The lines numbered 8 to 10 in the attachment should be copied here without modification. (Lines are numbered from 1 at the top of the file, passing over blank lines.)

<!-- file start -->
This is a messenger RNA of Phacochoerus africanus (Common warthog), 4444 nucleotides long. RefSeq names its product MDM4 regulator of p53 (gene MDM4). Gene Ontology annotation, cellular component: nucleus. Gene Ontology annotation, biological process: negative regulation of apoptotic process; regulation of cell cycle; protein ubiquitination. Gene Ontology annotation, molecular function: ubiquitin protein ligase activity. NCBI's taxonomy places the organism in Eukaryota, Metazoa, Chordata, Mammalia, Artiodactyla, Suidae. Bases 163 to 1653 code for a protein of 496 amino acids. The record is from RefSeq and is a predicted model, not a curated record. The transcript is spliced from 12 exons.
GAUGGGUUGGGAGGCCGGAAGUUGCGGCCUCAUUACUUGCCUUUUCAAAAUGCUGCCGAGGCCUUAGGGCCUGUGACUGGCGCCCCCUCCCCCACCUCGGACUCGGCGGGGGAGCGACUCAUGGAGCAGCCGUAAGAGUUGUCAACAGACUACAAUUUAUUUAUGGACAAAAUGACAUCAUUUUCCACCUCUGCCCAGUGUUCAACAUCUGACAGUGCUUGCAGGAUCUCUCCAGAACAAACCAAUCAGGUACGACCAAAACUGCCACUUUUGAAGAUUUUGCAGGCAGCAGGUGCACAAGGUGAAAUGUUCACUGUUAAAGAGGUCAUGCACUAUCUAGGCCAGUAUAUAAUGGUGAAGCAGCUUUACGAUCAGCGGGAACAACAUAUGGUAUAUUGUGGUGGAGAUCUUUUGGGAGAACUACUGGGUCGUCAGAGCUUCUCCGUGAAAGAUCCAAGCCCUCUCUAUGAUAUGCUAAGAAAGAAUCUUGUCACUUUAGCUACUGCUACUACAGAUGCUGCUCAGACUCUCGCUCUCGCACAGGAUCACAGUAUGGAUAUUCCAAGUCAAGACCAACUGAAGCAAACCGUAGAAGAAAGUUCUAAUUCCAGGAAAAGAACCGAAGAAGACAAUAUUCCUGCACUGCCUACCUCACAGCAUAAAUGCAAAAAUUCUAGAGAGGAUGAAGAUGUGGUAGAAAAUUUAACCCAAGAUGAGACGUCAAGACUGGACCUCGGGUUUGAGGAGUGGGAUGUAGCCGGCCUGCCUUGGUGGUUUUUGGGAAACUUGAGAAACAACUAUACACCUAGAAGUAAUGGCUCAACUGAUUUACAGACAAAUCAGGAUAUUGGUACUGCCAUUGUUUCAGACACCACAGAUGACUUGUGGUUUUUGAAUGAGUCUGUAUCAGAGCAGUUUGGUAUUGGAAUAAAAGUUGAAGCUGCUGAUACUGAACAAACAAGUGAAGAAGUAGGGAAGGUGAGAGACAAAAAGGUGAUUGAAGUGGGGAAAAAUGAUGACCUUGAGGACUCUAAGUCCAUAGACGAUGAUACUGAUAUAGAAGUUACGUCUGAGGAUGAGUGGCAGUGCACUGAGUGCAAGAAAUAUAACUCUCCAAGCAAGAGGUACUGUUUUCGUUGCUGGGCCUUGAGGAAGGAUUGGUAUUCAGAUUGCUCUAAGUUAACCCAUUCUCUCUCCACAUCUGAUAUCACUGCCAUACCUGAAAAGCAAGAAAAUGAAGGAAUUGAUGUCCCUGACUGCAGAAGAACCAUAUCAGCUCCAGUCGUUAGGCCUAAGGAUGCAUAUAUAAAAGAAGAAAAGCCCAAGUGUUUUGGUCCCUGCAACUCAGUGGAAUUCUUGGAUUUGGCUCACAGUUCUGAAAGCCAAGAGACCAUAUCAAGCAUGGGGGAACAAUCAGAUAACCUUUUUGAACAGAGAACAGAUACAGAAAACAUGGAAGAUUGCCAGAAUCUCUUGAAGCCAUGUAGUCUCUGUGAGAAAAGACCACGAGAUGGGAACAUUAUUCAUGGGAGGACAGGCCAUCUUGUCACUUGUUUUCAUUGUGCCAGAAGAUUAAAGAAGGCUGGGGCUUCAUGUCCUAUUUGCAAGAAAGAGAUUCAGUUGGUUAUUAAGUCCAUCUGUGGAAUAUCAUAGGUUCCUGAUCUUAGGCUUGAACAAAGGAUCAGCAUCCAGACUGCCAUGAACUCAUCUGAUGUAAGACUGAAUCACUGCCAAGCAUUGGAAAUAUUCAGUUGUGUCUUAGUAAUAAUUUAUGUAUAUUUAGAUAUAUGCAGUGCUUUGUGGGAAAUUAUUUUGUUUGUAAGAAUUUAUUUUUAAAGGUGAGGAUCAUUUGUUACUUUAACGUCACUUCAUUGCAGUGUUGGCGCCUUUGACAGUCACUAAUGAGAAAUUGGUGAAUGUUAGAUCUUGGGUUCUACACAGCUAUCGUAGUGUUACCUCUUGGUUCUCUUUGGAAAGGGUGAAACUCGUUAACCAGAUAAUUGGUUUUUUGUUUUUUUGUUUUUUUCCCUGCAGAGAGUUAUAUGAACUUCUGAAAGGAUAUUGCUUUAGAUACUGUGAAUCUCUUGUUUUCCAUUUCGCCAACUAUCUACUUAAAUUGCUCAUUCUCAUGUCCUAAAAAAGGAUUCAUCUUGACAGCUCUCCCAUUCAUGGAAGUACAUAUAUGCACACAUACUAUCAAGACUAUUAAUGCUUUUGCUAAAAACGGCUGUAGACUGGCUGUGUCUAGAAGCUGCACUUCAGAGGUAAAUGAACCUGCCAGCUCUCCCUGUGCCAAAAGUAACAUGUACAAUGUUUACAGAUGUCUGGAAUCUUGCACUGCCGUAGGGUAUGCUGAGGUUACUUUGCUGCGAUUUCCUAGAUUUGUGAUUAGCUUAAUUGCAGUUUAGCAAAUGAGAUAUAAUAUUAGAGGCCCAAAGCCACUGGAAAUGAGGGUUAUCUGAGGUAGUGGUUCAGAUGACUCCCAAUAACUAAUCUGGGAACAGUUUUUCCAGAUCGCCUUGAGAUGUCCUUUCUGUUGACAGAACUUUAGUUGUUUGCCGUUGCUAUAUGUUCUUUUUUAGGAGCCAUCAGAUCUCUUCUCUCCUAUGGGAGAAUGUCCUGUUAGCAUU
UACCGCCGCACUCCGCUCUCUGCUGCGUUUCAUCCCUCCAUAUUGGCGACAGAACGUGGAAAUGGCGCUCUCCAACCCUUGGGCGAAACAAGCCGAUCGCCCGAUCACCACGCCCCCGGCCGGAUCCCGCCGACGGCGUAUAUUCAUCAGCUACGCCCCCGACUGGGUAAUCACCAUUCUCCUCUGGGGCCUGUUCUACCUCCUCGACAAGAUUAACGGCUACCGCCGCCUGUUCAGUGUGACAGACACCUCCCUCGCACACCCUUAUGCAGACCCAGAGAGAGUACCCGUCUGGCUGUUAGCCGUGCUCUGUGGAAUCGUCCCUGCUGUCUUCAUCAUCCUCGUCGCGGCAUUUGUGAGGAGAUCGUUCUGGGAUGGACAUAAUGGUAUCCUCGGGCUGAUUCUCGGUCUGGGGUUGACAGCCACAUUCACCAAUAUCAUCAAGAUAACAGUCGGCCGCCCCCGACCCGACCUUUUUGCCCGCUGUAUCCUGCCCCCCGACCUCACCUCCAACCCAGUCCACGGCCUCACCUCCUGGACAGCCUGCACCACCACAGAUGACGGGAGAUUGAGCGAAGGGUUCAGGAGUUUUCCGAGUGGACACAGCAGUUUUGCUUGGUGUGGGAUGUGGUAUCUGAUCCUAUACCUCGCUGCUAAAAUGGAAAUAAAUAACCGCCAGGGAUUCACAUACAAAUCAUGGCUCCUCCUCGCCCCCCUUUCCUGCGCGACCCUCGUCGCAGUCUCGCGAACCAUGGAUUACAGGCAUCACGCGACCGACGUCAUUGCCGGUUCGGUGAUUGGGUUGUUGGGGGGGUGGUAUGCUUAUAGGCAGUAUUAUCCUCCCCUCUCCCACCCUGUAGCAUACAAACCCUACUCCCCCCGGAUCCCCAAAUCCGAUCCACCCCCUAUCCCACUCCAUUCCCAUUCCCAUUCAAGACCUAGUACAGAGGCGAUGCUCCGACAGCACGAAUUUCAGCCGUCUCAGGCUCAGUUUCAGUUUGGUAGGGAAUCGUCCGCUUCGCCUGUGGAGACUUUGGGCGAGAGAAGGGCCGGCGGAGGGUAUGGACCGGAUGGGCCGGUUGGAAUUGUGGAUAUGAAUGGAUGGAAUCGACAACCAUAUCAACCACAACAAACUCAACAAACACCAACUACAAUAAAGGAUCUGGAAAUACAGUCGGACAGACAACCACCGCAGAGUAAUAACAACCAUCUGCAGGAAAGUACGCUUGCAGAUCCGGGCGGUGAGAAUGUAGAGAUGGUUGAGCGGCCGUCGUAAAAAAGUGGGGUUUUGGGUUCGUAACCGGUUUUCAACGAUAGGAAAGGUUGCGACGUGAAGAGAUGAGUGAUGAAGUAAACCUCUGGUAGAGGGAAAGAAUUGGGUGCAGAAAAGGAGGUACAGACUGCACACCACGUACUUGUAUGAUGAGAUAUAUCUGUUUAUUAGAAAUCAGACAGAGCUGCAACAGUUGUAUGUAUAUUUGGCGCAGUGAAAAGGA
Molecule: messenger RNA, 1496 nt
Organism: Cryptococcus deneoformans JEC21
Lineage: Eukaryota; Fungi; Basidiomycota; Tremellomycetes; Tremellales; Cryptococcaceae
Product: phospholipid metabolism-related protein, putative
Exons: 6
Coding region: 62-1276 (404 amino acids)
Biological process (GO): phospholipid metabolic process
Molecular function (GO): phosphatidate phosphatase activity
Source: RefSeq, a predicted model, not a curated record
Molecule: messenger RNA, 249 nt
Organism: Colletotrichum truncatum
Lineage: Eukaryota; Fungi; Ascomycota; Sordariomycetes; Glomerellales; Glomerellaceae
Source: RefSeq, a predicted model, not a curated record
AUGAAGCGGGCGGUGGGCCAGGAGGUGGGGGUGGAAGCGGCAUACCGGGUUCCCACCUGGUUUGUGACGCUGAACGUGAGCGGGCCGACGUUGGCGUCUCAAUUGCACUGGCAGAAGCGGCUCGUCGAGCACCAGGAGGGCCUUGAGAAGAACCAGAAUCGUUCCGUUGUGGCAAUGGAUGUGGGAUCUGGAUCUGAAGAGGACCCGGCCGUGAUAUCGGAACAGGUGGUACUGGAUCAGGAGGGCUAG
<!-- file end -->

Exons: 6
Coding region: 62-1276 (404 amino acids)
Biological process (GO): phospholipid metabolic process